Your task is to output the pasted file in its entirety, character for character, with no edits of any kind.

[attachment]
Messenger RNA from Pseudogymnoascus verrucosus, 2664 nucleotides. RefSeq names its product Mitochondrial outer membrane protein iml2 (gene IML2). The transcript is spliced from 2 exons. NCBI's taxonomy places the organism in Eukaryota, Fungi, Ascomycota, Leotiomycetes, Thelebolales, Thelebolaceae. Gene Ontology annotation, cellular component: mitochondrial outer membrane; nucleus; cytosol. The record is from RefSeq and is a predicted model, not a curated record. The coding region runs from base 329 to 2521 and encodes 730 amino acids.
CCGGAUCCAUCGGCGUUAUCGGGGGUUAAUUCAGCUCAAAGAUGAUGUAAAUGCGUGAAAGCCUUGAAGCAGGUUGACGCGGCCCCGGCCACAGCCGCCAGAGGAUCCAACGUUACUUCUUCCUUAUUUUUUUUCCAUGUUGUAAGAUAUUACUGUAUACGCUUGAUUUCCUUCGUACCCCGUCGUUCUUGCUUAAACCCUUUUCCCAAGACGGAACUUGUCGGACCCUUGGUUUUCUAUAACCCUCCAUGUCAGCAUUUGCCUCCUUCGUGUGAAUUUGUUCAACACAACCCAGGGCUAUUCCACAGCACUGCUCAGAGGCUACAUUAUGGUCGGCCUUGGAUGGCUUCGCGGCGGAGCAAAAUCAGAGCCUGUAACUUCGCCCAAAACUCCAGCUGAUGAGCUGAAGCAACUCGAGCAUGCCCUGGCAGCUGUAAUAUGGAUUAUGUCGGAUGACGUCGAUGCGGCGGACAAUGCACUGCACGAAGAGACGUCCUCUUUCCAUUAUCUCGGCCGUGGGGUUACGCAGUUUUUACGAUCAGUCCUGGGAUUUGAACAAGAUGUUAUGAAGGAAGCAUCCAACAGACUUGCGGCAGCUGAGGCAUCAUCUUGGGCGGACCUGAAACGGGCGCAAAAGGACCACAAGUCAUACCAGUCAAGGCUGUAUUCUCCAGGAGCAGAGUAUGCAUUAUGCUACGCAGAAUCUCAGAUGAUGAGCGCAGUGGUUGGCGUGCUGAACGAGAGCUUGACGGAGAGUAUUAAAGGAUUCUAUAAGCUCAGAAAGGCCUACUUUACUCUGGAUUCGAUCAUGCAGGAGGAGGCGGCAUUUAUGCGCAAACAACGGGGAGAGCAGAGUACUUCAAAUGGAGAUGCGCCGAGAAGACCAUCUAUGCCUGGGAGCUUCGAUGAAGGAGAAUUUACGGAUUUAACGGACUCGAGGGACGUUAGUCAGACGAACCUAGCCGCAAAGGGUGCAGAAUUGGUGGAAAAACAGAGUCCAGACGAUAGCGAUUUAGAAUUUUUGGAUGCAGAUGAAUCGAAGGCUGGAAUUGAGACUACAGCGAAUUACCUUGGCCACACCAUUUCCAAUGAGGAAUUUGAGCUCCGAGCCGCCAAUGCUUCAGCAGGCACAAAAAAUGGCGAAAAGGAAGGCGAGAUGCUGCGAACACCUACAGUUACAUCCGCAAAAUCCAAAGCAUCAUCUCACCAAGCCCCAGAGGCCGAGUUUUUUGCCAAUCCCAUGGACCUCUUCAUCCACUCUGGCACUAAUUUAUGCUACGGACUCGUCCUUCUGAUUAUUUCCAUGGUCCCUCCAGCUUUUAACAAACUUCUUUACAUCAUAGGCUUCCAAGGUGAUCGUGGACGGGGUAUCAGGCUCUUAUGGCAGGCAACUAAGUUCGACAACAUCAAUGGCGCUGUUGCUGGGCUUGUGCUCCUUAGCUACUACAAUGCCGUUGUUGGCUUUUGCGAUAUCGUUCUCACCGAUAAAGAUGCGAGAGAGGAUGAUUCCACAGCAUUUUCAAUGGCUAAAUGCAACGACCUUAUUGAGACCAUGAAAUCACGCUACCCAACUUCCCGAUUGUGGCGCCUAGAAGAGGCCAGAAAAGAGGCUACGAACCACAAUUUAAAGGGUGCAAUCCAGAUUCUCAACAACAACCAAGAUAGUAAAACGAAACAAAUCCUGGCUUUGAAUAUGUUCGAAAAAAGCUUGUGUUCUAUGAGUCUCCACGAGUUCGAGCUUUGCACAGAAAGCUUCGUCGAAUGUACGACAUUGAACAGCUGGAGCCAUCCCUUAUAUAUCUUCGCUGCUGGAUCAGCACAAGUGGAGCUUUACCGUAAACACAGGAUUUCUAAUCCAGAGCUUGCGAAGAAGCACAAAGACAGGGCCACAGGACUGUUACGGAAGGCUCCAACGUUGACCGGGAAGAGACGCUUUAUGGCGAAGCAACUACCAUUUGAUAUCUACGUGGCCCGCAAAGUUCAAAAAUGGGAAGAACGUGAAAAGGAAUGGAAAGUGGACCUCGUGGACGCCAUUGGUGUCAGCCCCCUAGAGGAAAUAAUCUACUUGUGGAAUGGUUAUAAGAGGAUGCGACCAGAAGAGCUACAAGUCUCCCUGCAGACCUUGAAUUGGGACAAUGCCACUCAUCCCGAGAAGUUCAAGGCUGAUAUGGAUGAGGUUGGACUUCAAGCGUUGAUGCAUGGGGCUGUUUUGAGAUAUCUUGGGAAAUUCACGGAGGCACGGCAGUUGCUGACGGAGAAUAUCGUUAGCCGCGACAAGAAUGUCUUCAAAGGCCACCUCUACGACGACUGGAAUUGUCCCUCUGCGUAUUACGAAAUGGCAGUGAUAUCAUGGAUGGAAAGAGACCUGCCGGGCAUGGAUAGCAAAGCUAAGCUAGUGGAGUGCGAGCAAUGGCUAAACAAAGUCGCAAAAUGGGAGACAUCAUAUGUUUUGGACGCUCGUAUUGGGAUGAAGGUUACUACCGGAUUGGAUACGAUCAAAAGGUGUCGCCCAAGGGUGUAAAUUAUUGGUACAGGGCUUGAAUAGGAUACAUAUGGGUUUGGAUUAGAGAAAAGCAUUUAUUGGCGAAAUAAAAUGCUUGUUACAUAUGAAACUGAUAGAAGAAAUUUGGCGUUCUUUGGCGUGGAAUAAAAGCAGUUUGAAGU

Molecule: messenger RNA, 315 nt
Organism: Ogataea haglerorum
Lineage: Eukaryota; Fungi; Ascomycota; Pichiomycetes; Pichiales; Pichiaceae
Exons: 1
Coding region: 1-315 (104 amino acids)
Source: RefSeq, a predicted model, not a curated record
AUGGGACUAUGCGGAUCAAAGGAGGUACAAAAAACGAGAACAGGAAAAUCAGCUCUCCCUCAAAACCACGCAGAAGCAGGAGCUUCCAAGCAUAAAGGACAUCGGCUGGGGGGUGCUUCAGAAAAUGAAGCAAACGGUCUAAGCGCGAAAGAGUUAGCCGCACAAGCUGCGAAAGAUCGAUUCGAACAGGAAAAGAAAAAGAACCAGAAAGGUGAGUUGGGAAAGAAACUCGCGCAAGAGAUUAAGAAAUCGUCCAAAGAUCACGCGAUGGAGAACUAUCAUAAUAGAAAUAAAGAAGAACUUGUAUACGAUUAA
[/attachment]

Messenger RNA from Pseudogymnoascus verrucosus, 2664 nucleotides. RefSeq names its product Mitochondrial outer membrane protein iml2 (gene IML2). The transcript is spliced from 2 exons. NCBI's taxonomy places the organism in Eukaryota, Fungi, Ascomycota, Leotiomycetes, Thelebolales, Thelebolaceae. Gene Ontology annotation, cellular component: mitochondrial outer membrane; nucleus; cytosol. The record is from RefSeq and is a predicted model, not a curated record. The coding region runs from base 329 to 2521 and encodes 730 amino acids.
CCGGAUCCAUCGGCGUUAUCGGGGGUUAAUUCAGCUCAAAGAUGAUGUAAAUGCGUGAAAGCCUUGAAGCAGGUUGACGCGGCCCCGGCCACAGCCGCCAGAGGAUCCAACGUUACUUCUUCCUUAUUUUUUUUCCAUGUUGUAAGAUAUUACUGUAUACGCUUGAUUUCCUUCGUACCCCGUCGUUCUUGCUUAAACCCUUUUCCCAAGACGGAACUUGUCGGACCCUUGGUUUUCUAUAACCCUCCAUGUCAGCAUUUGCCUCCUUCGUGUGAAUUUGUUCAACACAACCCAGGGCUAUUCCACAGCACUGCUCAGAGGCUACAUUAUGGUCGGCCUUGGAUGGCUUCGCGGCGGAGCAAAAUCAGAGCCUGUAACUUCGCCCAAAACUCCAGCUGAUGAGCUGAAGCAACUCGAGCAUGCCCUGGCAGCUGUAAUAUGGAUUAUGUCGGAUGACGUCGAUGCGGCGGACAAUGCACUGCACGAAGAGACGUCCUCUUUCCAUUAUCUCGGCCGUGGGGUUACGCAGUUUUUACGAUCAGUCCUGGGAUUUGAACAAGAUGUUAUGAAGGAAGCAUCCAACAGACUUGCGGCAGCUGAGGCAUCAUCUUGGGCGGACCUGAAACGGGCGCAAAAGGACCACAAGUCAUACCAGUCAAGGCUGUAUUCUCCAGGAGCAGAGUAUGCAUUAUGCUACGCAGAAUCUCAGAUGAUGAGCGCAGUGGUUGGCGUGCUGAACGAGAGCUUGACGGAGAGUAUUAAAGGAUUCUAUAAGCUCAGAAAGGCCUACUUUACUCUGGAUUCGAUCAUGCAGGAGGAGGCGGCAUUUAUGCGCAAACAACGGGGAGAGCAGAGUACUUCAAAUGGAGAUGCGCCGAGAAGACCAUCUAUGCCUGGGAGCUUCGAUGAAGGAGAAUUUACGGAUUUAACGGACUCGAGGGACGUUAGUCAGACGAACCUAGCCGCAAAGGGUGCAGAAUUGGUGGAAAAACAGAGUCCAGACGAUAGCGAUUUAGAAUUUUUGGAUGCAGAUGAAUCGAAGGCUGGAAUUGAGACUACAGCGAAUUACCUUGGCCACACCAUUUCCAAUGAGGAAUUUGAGCUCCGAGCCGCCAAUGCUUCAGCAGGCACAAAAAAUGGCGAAAAGGAAGGCGAGAUGCUGCGAACACCUACAGUUACAUCCGCAAAAUCCAAAGCAUCAUCUCACCAAGCCCCAGAGGCCGAGUUUUUUGCCAAUCCCAUGGACCUCUUCAUCCACUCUGGCACUAAUUUAUGCUACGGACUCGUCCUUCUGAUUAUUUCCAUGGUCCCUCCAGCUUUUAACAAACUUCUUUACAUCAUAGGCUUCCAAGGUGAUCGUGGACGGGGUAUCAGGCUCUUAUGGCAGGCAACUAAGUUCGACAACAUCAAUGGCGCUGUUGCUGGGCUUGUGCUCCUUAGCUACUACAAUGCCGUUGUUGGCUUUUGCGAUAUCGUUCUCACCGAUAAAGAUGCGAGAGAGGAUGAUUCCACAGCAUUUUCAAUGGCUAAAUGCAACGACCUUAUUGAGACCAUGAAAUCACGCUACCCAACUUCCCGAUUGUGGCGCCUAGAAGAGGCCAGAAAAGAGGCUACGAACCACAAUUUAAAGGGUGCAAUCCAGAUUCUCAACAACAACCAAGAUAGUAAAACGAAACAAAUCCUGGCUUUGAAUAUGUUCGAAAAAAGCUUGUGUUCUAUGAGUCUCCACGAGUUCGAGCUUUGCACAGAAAGCUUCGUCGAAUGUACGACAUUGAACAGCUGGAGCCAUCCCUUAUAUAUCUUCGCUGCUGGAUCAGCACAAGUGGAGCUUUACCGUAAACACAGGAUUUCUAAUCCAGAGCUUGCGAAGAAGCACAAAGACAGGGCCACAGGACUGUUACGGAAGGCUCCAACGUUGACCGGGAAGAGACGCUUUAUGGCGAAGCAACUACCAUUUGAUAUCUACGUGGCCCGCAAAGUUCAAAAAUGGGAAGAACGUGAAAAGGAAUGGAAAGUGGACCUCGUGGACGCCAUUGGUGUCAGCCCCCUAGAGGAAAUAAUCUACUUGUGGAAUGGUUAUAAGAGGAUGCGACCAGAAGAGCUACAAGUCUCCCUGCAGACCUUGAAUUGGGACAAUGCCACUCAUCCCGAGAAGUUCAAGGCUGAUAUGGAUGAGGUUGGACUUCAAGCGUUGAUGCAUGGGGCUGUUUUGAGAUAUCUUGGGAAAUUCACGGAGGCACGGCAGUUGCUGACGGAGAAUAUCGUUAGCCGCGACAAGAAUGUCUUCAAAGGCCACCUCUACGACGACUGGAAUUGUCCCUCUGCGUAUUACGAAAUGGCAGUGAUAUCAUGGAUGGAAAGAGACCUGCCGGGCAUGGAUAGCAAAGCUAAGCUAGUGGAGUGCGAGCAAUGGCUAAACAAAGUCGCAAAAUGGGAGACAUCAUAUGUUUUGGACGCUCGUAUUGGGAUGAAGGUUACUACCGGAUUGGAUACGAUCAAAAGGUGUCGCCCAAGGGUGUAAAUUAUUGGUACAGGGCUUGAAUAGGAUACAUAUGGGUUUGGAUUAGAGAAAAGCAUUUAUUGGCGAAAUAAAAUGCUUGUUACAUAUGAAACUGAUAGAAGAAAUUUGGCGUUCUUUGGCGUGGAAUAAAAGCAGUUUGAAGU

Molecule: messenger RNA, 315 nt
Organism: Ogataea haglerorum
Lineage: Eukaryota; Fungi; Ascomycota; Pichiomycetes; Pichiales; Pichiaceae
Exons: 1
Coding region: 1-315 (104 amino acids)
Source: RefSeq, a predicted model, not a curated record
AUGGGACUAUGCGGAUCAAAGGAGGUACAAAAAACGAGAACAGGAAAAUCAGCUCUCCCUCAAAACCACGCAGAAGCAGGAGCUUCCAAGCAUAAAGGACAUCGGCUGGGGGGUGCUUCAGAAAAUGAAGCAAACGGUCUAAGCGCGAAAGAGUUAGCCGCACAAGCUGCGAAAGAUCGAUUCGAACAGGAAAAGAAAAAGAACCAGAAAGGUGAGUUGGGAAAGAAACUCGCGCAAGAGAUUAAGAAAUCGUCCAAAGAUCACGCGAUGGAGAACUAUCAUAAUAGAAAUAAAGAAGAACUUGUAUACGAUUAA